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NPR Story
12:15 pm
Sat September 22, 2012

Fresh Air Weekend

Fresh Air Weekend

Music Interviews
12:03 pm
Sat September 22, 2012

Elliott Sharp: 'Blues Is A Feeling'

"Blues is a feeling, and it exists cross-culturally. It always has existed, and it always will. It's part of being human," says musician Elliott Sharp.
Courtesy of the artist

Originally published on Mon September 24, 2012 3:36 pm

In the 1980s, Elliott Sharp was the height of New York City cool, a central part of that town's experimental music scene. His creations were inspired by advanced mathematical concepts. He tuned his guitars according to the Fibonacci Sequence and wrote challenging pieces inspired by fractal geometry.

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Wait Wait...Don't Tell Me!
11:49 am
Sat September 22, 2012

Limericks

Carl reads three news-related limericks: Not So Killer, a Veggie Tall Tale, and Mickey Mouse Clubbin'.

Wait Wait...Don't Tell Me!
11:49 am
Sat September 22, 2012

Panel Round Two

Transcript

CARL KASELL: From NPR and WBEZ-Chicago, this is WAIT WAIT...DON'T TELL ME!, the NPR News quiz. I'm Carl Kasell. We're playing this week with Mo Rocca, Faith Salie and Roy Blount, Jr. And here again is your host, at the Fox Theater in Atlanta, Georgia, Peter Sagal.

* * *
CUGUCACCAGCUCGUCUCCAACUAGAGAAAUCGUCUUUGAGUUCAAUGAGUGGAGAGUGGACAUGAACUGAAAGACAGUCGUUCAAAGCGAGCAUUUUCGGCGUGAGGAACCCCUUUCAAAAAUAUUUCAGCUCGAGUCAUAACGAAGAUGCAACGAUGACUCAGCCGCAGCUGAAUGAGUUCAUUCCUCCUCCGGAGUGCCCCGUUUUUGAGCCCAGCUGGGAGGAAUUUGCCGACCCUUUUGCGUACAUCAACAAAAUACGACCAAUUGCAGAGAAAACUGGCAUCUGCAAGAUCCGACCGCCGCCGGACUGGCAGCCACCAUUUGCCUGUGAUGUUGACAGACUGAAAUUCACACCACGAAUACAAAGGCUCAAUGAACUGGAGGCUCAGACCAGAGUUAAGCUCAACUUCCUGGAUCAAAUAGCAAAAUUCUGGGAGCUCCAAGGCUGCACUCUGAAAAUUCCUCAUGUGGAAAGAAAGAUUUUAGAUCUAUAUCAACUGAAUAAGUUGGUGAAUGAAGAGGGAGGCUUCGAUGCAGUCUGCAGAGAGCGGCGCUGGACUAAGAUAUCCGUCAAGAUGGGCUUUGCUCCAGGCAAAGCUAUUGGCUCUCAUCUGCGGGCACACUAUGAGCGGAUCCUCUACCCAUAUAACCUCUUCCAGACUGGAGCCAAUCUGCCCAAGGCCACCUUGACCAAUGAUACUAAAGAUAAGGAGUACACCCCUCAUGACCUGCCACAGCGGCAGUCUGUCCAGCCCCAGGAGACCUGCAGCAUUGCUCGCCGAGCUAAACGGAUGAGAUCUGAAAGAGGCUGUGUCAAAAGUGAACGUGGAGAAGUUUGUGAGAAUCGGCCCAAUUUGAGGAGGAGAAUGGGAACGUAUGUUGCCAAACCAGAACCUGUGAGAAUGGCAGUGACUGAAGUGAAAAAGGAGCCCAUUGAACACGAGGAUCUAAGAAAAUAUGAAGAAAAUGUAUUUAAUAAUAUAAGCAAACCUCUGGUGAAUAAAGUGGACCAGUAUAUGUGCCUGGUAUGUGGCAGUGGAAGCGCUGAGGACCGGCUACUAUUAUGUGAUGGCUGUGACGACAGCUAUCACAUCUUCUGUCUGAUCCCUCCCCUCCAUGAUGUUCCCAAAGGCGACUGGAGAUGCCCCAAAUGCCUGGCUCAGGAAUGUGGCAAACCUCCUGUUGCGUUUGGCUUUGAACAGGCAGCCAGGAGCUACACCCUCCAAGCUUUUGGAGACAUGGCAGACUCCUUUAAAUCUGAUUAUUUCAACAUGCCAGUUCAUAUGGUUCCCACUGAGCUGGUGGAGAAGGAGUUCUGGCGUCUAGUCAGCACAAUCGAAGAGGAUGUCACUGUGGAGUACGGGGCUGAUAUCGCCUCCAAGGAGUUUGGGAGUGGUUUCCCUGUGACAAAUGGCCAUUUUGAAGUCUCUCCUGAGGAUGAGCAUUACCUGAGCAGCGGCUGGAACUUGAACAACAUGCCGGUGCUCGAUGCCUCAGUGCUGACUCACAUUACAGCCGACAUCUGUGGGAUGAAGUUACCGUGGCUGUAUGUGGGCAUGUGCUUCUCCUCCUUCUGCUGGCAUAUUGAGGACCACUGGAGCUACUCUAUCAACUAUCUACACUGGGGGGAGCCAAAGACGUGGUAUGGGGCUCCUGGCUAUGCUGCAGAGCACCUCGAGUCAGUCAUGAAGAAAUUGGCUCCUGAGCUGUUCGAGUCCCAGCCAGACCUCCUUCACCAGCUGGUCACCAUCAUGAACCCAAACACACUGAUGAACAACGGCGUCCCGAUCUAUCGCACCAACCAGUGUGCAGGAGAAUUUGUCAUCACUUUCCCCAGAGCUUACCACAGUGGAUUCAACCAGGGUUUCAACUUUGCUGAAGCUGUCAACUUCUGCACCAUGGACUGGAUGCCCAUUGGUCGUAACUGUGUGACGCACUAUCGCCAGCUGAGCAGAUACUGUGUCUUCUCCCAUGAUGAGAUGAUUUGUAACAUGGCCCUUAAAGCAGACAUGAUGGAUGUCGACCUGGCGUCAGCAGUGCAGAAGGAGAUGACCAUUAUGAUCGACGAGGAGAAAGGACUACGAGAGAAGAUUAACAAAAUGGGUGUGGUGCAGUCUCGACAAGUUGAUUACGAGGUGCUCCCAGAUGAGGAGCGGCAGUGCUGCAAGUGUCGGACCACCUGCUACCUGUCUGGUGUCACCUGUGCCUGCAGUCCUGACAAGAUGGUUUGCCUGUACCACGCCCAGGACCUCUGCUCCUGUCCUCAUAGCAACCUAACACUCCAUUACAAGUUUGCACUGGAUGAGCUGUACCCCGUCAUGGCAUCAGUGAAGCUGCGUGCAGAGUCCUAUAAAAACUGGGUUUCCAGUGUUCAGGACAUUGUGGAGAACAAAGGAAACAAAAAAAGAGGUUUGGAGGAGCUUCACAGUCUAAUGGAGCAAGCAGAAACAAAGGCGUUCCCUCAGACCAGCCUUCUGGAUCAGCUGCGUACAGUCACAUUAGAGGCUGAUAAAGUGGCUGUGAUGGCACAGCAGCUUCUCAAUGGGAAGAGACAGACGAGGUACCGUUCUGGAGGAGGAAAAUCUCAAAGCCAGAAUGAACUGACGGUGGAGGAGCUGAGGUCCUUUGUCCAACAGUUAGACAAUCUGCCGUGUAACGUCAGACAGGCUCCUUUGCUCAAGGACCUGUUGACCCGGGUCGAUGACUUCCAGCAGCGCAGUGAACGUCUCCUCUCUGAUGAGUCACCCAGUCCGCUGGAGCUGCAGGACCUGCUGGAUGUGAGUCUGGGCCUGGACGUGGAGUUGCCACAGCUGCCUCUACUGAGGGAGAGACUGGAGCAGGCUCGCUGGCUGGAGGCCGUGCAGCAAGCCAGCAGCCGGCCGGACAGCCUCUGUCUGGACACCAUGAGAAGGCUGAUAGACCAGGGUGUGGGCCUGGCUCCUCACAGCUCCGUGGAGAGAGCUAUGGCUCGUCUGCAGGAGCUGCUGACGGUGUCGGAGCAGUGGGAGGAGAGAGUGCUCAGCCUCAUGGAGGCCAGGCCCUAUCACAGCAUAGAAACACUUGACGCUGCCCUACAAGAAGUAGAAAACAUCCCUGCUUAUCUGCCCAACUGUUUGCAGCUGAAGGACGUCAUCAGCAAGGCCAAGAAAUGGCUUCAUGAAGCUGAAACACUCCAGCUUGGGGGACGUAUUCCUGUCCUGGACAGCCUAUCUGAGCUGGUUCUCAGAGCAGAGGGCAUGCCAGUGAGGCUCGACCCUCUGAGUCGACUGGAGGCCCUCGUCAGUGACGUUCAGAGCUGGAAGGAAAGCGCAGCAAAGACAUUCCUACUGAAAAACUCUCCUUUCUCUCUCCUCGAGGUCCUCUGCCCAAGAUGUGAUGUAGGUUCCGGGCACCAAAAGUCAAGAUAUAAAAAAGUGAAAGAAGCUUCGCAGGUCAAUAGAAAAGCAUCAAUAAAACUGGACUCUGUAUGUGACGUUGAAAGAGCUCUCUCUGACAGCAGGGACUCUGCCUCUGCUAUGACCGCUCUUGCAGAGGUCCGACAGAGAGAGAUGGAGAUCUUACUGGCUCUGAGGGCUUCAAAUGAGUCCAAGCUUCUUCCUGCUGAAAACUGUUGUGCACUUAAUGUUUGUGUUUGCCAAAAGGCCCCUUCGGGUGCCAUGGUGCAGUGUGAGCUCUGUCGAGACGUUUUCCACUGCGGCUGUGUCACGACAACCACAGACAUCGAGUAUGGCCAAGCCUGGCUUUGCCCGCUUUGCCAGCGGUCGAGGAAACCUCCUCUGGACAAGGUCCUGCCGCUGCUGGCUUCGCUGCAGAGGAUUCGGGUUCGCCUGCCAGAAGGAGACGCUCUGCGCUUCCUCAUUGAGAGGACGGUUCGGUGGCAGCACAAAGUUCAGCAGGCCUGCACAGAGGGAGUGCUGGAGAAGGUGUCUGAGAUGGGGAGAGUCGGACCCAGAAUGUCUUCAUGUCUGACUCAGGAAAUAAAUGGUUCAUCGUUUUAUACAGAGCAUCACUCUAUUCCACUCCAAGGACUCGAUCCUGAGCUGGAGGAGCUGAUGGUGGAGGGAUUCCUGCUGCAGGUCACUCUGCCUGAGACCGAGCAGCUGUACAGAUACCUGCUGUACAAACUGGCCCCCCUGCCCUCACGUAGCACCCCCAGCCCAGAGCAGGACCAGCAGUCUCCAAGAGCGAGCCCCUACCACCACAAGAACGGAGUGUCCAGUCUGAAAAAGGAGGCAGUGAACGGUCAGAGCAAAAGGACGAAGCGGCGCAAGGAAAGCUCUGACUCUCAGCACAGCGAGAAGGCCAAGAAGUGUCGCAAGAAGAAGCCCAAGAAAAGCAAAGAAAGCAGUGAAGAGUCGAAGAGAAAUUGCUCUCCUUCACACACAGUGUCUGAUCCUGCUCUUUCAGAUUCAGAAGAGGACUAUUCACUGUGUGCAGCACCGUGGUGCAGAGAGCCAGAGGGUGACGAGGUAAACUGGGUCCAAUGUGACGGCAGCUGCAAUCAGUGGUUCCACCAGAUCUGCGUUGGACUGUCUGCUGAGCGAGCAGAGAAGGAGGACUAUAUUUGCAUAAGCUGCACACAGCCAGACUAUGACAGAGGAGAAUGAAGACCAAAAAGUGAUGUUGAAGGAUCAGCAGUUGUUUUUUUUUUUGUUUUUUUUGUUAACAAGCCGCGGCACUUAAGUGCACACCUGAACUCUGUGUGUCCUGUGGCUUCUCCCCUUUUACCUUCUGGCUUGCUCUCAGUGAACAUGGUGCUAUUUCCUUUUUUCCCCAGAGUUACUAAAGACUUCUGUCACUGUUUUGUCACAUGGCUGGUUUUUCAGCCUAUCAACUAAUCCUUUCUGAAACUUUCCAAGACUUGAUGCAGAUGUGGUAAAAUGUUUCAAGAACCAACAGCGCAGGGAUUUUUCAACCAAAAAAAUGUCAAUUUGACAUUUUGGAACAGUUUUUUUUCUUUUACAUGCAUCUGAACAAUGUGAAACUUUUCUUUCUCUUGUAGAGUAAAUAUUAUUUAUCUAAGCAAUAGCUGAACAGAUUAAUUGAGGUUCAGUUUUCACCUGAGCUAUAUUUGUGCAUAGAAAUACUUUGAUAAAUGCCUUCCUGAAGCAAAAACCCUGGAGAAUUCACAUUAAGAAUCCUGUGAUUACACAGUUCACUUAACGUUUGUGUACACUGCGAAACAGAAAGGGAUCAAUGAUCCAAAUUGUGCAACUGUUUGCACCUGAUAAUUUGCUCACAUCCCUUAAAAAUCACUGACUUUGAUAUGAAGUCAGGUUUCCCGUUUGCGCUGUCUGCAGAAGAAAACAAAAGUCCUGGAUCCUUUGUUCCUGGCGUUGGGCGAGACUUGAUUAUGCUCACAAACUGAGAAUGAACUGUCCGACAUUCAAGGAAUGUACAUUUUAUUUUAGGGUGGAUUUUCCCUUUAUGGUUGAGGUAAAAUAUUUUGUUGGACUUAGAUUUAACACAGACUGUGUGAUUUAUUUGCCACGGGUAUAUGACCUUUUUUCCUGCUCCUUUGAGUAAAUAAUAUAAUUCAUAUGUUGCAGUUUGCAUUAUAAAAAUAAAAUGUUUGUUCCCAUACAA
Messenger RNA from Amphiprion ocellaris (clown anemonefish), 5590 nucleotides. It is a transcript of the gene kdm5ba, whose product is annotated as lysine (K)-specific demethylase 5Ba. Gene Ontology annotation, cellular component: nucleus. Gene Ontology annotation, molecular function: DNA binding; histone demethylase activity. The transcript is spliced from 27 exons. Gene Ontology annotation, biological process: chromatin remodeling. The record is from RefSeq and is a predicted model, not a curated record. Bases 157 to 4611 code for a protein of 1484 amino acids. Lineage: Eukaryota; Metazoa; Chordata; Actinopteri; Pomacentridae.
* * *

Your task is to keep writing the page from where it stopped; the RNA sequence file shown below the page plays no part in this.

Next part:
(APPLAUSE)

PETER SAGAL, HOST:

Thank you, Carl. In just a minute, Carl says, "frankly, Scarlett, I don't give a rhyme," in our Listener Limerick Challenge. If you'd like to play, give us a call at 1-888-Wait-Wait, that's 1-888-924-8924.

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Simon Says
10:35 am
Sat September 22, 2012

The Emoticon Turns 30, Seems Happy About It :-)

The emoticon turns 30 this week.
iStockphoto.com

Originally published on Sat September 22, 2012 11:33 am

The emoticon, punctuation to depict a facial expression, began 30 years ago this week. Using three keystrokes, the colon, dash and parenthesis, to suggest a smile may not be a great scientific advance, like the coronary stent or computer chip. But the emoticon has been simple, useful and enduring.

There had been previous hints of emoticons. A newspaper transcript of Abraham Lincoln drawing a laugh in 1862 follows it with a semi-colon and parentheses, but that may have simply been a printer's typo.

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